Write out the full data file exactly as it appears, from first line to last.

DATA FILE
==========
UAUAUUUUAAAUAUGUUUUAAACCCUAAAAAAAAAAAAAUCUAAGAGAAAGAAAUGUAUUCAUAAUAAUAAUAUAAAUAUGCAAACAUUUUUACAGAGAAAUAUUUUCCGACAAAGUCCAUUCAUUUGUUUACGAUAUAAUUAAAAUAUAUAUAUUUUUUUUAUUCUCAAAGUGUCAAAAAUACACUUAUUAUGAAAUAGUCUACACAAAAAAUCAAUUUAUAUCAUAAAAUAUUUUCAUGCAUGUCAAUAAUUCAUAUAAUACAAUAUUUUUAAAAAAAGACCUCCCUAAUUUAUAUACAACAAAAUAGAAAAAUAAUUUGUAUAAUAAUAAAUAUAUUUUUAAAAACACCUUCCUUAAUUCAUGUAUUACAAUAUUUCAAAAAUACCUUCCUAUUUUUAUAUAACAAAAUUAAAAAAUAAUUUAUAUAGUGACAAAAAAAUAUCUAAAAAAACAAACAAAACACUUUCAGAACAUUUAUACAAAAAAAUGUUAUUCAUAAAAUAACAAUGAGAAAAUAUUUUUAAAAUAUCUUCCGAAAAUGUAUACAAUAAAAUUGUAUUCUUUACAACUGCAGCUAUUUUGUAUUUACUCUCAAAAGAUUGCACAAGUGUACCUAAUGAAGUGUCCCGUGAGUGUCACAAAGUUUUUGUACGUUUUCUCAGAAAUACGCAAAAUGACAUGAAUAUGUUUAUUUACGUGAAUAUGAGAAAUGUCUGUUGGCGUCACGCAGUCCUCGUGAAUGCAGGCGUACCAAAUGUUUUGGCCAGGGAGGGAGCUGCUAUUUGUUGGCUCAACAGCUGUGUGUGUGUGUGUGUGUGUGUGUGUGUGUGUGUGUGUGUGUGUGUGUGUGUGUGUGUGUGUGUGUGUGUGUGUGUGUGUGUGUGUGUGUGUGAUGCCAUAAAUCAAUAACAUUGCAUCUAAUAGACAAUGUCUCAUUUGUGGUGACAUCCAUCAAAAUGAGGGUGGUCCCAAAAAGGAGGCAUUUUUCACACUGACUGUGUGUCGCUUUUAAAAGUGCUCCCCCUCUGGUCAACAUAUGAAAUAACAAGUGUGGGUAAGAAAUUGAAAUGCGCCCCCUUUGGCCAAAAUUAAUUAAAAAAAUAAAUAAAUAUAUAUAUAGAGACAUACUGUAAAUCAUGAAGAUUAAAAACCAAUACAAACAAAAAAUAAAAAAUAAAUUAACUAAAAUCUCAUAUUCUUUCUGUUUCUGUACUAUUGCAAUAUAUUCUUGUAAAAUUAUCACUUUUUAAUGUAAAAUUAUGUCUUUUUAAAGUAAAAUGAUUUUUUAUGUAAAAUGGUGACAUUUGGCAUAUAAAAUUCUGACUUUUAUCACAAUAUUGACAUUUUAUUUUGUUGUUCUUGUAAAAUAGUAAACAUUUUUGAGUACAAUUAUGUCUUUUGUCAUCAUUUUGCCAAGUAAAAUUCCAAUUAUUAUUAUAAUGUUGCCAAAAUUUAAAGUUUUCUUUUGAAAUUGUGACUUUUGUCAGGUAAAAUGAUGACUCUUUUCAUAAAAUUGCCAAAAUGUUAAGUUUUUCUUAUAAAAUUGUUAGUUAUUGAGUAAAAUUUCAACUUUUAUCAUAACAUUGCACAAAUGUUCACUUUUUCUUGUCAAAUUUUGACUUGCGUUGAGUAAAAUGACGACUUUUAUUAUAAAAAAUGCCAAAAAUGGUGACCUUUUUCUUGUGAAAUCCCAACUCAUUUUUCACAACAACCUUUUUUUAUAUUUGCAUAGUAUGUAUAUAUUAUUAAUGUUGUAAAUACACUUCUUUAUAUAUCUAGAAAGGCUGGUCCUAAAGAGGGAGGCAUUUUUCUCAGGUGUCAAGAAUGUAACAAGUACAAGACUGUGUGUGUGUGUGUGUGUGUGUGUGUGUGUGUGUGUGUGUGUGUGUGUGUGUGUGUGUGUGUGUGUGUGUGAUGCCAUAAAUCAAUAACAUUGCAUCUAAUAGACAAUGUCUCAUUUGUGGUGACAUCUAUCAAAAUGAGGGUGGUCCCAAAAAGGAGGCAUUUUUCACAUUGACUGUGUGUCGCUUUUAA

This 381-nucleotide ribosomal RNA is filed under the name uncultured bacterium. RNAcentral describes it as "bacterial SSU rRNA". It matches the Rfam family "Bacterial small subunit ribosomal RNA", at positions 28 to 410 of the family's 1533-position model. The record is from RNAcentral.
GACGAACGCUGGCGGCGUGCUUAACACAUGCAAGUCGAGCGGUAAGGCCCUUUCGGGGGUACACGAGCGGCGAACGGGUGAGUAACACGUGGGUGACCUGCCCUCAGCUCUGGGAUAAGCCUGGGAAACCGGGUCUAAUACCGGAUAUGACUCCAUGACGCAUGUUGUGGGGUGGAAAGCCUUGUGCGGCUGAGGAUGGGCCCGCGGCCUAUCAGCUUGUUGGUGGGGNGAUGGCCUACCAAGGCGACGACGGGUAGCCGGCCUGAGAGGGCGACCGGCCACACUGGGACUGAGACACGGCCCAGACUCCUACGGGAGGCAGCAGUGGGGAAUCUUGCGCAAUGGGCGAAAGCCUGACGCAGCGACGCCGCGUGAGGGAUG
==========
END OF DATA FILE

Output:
UAUAUUUUAAAUAUGUUUUAAACCCUAAAAAAAAAAAAAUCUAAGAGAAAGAAAUGUAUUCAUAAUAAUAAUAUAAAUAUGCAAACAUUUUUACAGAGAAAUAUUUUCCGACAAAGUCCAUUCAUUUGUUUACGAUAUAAUUAAAAUAUAUAUAUUUUUUUUAUUCUCAAAGUGUCAAAAAUACACUUAUUAUGAAAUAGUCUACACAAAAAAUCAAUUUAUAUCAUAAAAUAUUUUCAUGCAUGUCAAUAAUUCAUAUAAUACAAUAUUUUUAAAAAAAGACCUCCCUAAUUUAUAUACAACAAAAUAGAAAAAUAAUUUGUAUAAUAAUAAAUAUAUUUUUAAAAACACCUUCCUUAAUUCAUGUAUUACAAUAUUUCAAAAAUACCUUCCUAUUUUUAUAUAACAAAAUUAAAAAAUAAUUUAUAUAGUGACAAAAAAAUAUCUAAAAAAACAAACAAAACACUUUCAGAACAUUUAUACAAAAAAAUGUUAUUCAUAAAAUAACAAUGAGAAAAUAUUUUUAAAAUAUCUUCCGAAAAUGUAUACAAUAAAAUUGUAUUCUUUACAACUGCAGCUAUUUUGUAUUUACUCUCAAAAGAUUGCACAAGUGUACCUAAUGAAGUGUCCCGUGAGUGUCACAAAGUUUUUGUACGUUUUCUCAGAAAUACGCAAAAUGACAUGAAUAUGUUUAUUUACGUGAAUAUGAGAAAUGUCUGUUGGCGUCACGCAGUCCUCGUGAAUGCAGGCGUACCAAAUGUUUUGGCCAGGGAGGGAGCUGCUAUUUGUUGGCUCAACAGCUGUGUGUGUGUGUGUGUGUGUGUGUGUGUGUGUGUGUGUGUGUGUGUGUGUGUGUGUGUGUGUGUGUGUGUGUGUGUGUGUGUGUGUGUGUGUGAUGCCAUAAAUCAAUAACAUUGCAUCUAAUAGACAAUGUCUCAUUUGUGGUGACAUCCAUCAAAAUGAGGGUGGUCCCAAAAAGGAGGCAUUUUUCACACUGACUGUGUGUCGCUUUUAAAAGUGCUCCCCCUCUGGUCAACAUAUGAAAUAACAAGUGUGGGUAAGAAAUUGAAAUGCGCCCCCUUUGGCCAAAAUUAAUUAAAAAAAUAAAUAAAUAUAUAUAUAGAGACAUACUGUAAAUCAUGAAGAUUAAAAACCAAUACAAACAAAAAAUAAAAAAUAAAUUAACUAAAAUCUCAUAUUCUUUCUGUUUCUGUACUAUUGCAAUAUAUUCUUGUAAAAUUAUCACUUUUUAAUGUAAAAUUAUGUCUUUUUAAAGUAAAAUGAUUUUUUAUGUAAAAUGGUGACAUUUGGCAUAUAAAAUUCUGACUUUUAUCACAAUAUUGACAUUUUAUUUUGUUGUUCUUGUAAAAUAGUAAACAUUUUUGAGUACAAUUAUGUCUUUUGUCAUCAUUUUGCCAAGUAAAAUUCCAAUUAUUAUUAUAAUGUUGCCAAAAUUUAAAGUUUUCUUUUGAAAUUGUGACUUUUGUCAGGUAAAAUGAUGACUCUUUUCAUAAAAUUGCCAAAAUGUUAAGUUUUUCUUAUAAAAUUGUUAGUUAUUGAGUAAAAUUUCAACUUUUAUCAUAACAUUGCACAAAUGUUCACUUUUUCUUGUCAAAUUUUGACUUGCGUUGAGUAAAAUGACGACUUUUAUUAUAAAAAAUGCCAAAAAUGGUGACCUUUUUCUUGUGAAAUCCCAACUCAUUUUUCACAACAACCUUUUUUUAUAUUUGCAUAGUAUGUAUAUAUUAUUAAUGUUGUAAAUACACUUCUUUAUAUAUCUAGAAAGGCUGGUCCUAAAGAGGGAGGCAUUUUUCUCAGGUGUCAAGAAUGUAACAAGUACAAGACUGUGUGUGUGUGUGUGUGUGUGUGUGUGUGUGUGUGUGUGUGUGUGUGUGUGUGUGUGUGUGUGUGUGUGUGAUGCCAUAAAUCAAUAACAUUGCAUCUAAUAGACAAUGUCUCAUUUGUGGUGACAUCUAUCAAAAUGAGGGUGGUCCCAAAAAGGAGGCAUUUUUCACAUUGACUGUGUGUCGCUUUUAA

This 381-nucleotide ribosomal RNA is filed under the name uncultured bacterium. RNAcentral describes it as "bacterial SSU rRNA". It matches the Rfam family "Bacterial small subunit ribosomal RNA", at positions 28 to 410 of the family's 1533-position model. The record is from RNAcentral.
GACGAACGCUGGCGGCGUGCUUAACACAUGCAAGUCGAGCGGUAAGGCCCUUUCGGGGGUACACGAGCGGCGAACGGGUGAGUAACACGUGGGUGACCUGCCCUCAGCUCUGGGAUAAGCCUGGGAAACCGGGUCUAAUACCGGAUAUGACUCCAUGACGCAUGUUGUGGGGUGGAAAGCCUUGUGCGGCUGAGGAUGGGCCCGCGGCCUAUCAGCUUGUUGGUGGGGNGAUGGCCUACCAAGGCGACGACGGGUAGCCGGCCUGAGAGGGCGACCGGCCACACUGGGACUGAGACACGGCCCAGACUCCUACGGGAGGCAGCAGUGGGGAAUCUUGCGCAAUGGGCGAAAGCCUGACGCAGCGACGCCGCGUGAGGGAUG